Report: Litigation Down But Regulatory Proceedings on the Rise

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While litigation is down, companies are facing more regulatory proceedings and arbitration, according to the 2018 Litigation Trends Annual Survey of 365 in-house legal professionals of mostly U.S.-based global companies, published by Norton Rose Fulbright on Thursday.

“This results this year provide some unexpected findings,” said Norton Rose Fulbright global head of litigation, Gerry Pecht, in the report.

The report found that 67 percent of respondents felt that regulators have become more interventionist over the past year, while 33 percent felt regulators have become less interventionist.

Pecht said “that many jurisdictions have tightened up on regulations. There have been new regulations that have gone into place [across the globe].”

Pecht added that one might think because of the current administration in the U.S. that many companies would not be facing regulatory proceedings. However, many of those who responded work for companies with a global footprint.

“Those respondents who put regulation at the top of their list of concerns say this is because regulation is increasing and with it, much greater levels of financial exposure and reputational risk,” the report states.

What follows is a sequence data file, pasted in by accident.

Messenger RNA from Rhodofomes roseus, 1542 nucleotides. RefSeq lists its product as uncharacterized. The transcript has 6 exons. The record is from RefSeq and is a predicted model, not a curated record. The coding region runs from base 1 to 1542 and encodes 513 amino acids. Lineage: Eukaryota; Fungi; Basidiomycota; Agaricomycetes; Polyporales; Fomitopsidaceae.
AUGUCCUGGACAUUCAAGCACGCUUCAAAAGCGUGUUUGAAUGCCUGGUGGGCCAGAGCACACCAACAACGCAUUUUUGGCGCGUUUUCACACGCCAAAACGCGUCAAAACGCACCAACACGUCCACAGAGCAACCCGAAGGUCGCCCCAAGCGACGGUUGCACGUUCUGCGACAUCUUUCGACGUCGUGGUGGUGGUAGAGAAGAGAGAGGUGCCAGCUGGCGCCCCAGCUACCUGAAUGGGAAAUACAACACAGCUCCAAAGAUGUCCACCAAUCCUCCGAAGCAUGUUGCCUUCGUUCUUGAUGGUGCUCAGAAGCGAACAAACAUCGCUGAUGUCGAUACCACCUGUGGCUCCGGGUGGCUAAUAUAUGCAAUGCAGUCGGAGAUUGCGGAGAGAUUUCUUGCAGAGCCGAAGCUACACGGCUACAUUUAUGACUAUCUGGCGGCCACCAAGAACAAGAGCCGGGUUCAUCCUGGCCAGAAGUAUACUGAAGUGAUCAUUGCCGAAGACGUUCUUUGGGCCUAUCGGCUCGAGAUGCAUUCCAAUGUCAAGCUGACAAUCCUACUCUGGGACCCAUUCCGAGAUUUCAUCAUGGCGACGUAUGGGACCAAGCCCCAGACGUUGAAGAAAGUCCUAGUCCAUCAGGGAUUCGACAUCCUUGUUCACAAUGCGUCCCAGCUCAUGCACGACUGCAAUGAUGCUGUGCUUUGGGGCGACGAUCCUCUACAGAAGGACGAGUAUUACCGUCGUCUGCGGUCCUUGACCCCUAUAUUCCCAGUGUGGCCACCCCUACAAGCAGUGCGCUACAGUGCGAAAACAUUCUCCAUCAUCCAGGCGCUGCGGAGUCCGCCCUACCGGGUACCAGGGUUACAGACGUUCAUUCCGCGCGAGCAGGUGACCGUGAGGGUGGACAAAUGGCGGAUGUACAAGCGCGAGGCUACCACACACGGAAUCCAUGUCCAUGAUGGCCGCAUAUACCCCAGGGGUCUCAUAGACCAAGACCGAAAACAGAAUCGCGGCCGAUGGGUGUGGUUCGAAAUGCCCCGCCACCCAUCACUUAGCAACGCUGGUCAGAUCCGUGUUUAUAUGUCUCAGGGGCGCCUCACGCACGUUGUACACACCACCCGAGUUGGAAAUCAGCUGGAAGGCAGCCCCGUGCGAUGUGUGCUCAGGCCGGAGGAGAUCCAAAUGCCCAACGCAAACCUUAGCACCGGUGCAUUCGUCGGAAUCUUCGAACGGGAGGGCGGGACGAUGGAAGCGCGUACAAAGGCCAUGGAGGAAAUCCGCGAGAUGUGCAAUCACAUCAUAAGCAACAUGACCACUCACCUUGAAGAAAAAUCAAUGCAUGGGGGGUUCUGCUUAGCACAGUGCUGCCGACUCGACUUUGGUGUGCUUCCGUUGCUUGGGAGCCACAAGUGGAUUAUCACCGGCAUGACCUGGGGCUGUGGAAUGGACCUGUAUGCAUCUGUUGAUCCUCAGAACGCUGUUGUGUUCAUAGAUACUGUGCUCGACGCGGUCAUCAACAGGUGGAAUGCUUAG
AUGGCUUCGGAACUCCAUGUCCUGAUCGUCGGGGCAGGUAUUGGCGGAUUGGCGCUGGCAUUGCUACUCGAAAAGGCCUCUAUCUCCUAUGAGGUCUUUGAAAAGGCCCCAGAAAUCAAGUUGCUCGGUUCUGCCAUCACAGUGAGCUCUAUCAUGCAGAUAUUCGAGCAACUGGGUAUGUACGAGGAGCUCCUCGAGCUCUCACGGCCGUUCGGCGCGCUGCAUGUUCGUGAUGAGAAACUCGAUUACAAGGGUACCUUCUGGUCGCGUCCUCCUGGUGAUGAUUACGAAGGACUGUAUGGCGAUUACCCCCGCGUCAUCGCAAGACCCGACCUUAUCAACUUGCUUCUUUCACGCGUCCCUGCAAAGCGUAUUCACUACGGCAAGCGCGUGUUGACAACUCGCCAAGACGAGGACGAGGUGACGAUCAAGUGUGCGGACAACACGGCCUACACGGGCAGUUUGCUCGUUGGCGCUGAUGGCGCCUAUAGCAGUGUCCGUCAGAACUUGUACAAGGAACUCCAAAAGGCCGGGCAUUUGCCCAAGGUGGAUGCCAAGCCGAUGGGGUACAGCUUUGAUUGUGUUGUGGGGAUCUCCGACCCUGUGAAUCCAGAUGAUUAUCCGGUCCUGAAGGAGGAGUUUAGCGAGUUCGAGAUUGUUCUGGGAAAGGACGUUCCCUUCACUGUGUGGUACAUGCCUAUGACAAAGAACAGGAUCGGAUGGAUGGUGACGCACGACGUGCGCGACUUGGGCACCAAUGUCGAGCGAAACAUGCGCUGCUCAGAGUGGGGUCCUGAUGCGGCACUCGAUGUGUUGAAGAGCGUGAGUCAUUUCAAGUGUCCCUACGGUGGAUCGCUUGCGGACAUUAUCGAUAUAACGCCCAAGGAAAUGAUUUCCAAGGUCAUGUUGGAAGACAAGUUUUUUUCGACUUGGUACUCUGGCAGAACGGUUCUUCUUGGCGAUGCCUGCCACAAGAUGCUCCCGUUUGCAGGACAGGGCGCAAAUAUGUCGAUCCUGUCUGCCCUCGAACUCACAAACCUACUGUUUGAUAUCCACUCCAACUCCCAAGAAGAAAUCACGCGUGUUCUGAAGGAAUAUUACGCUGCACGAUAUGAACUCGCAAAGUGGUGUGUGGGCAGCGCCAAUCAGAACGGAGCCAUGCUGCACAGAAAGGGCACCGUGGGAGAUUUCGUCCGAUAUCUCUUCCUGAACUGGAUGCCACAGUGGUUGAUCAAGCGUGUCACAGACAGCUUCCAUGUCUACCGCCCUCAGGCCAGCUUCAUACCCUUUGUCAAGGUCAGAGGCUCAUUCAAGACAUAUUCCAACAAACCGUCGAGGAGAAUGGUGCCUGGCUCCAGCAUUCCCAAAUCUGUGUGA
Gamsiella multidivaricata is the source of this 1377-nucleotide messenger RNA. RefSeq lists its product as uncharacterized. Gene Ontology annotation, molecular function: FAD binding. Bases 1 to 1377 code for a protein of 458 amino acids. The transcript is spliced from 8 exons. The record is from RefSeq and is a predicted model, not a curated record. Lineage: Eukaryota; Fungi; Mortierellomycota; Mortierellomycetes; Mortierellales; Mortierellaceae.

In the report, Pecht said some companies are not as concerned with regulation because they believe they have strong compliance programs, and take heed of government promises to reduce regulation.

The survey also found that cybersecurity is at the top of the minds of many legal leaders. According to the report, 66 percent of respondents feel more exposed because of cybersecurity concerns.

“Only 10 percent said cybersecurity and data protection disputes were there top concern at present, but within this group it was evident that the concern was substantial—over a quarter described their exposure in this area as significant and almost as many were dealing with a live matter,” the report states.

Because of the heavy concentration on cybersecurity, the survey also asked respondents to list what they use to mitigate the risk of a cyberincident. Some of those steps include educating other in-house counsel, data mapping, penetration tests, insurance, vendor audits and isolating sensitive data.

The report also found that an increase in international business operations has led to an increase in both cross-border discovery issues and data protection issues.

“Legal departments are reporting a much more substantial rise in the need to balance discovery obligations in one jurisdiction with data protection regulations in another—the number facing this challenge has gone up by 11 percent, a notable jump in just 12 months,” the report says.

Looking to the future, 27 percent of respondents believe there will be an increase in the volume of disputes their company will face.

Of those who were surveyed for the 2018 Litigation Report, 44 percent were general counsels, 25 percent were association/deputy/assistant general counsels, and 11 percent were heads of litigation. An additional 21 percent of respondents fell into the “other” category.

The median revenue of the companies included in the survey is $1.5 billion. The industries the respondents worked in are financial, energy, infrastructure, mining and commodities (IMC), life sciences and health care and technology and innovation.

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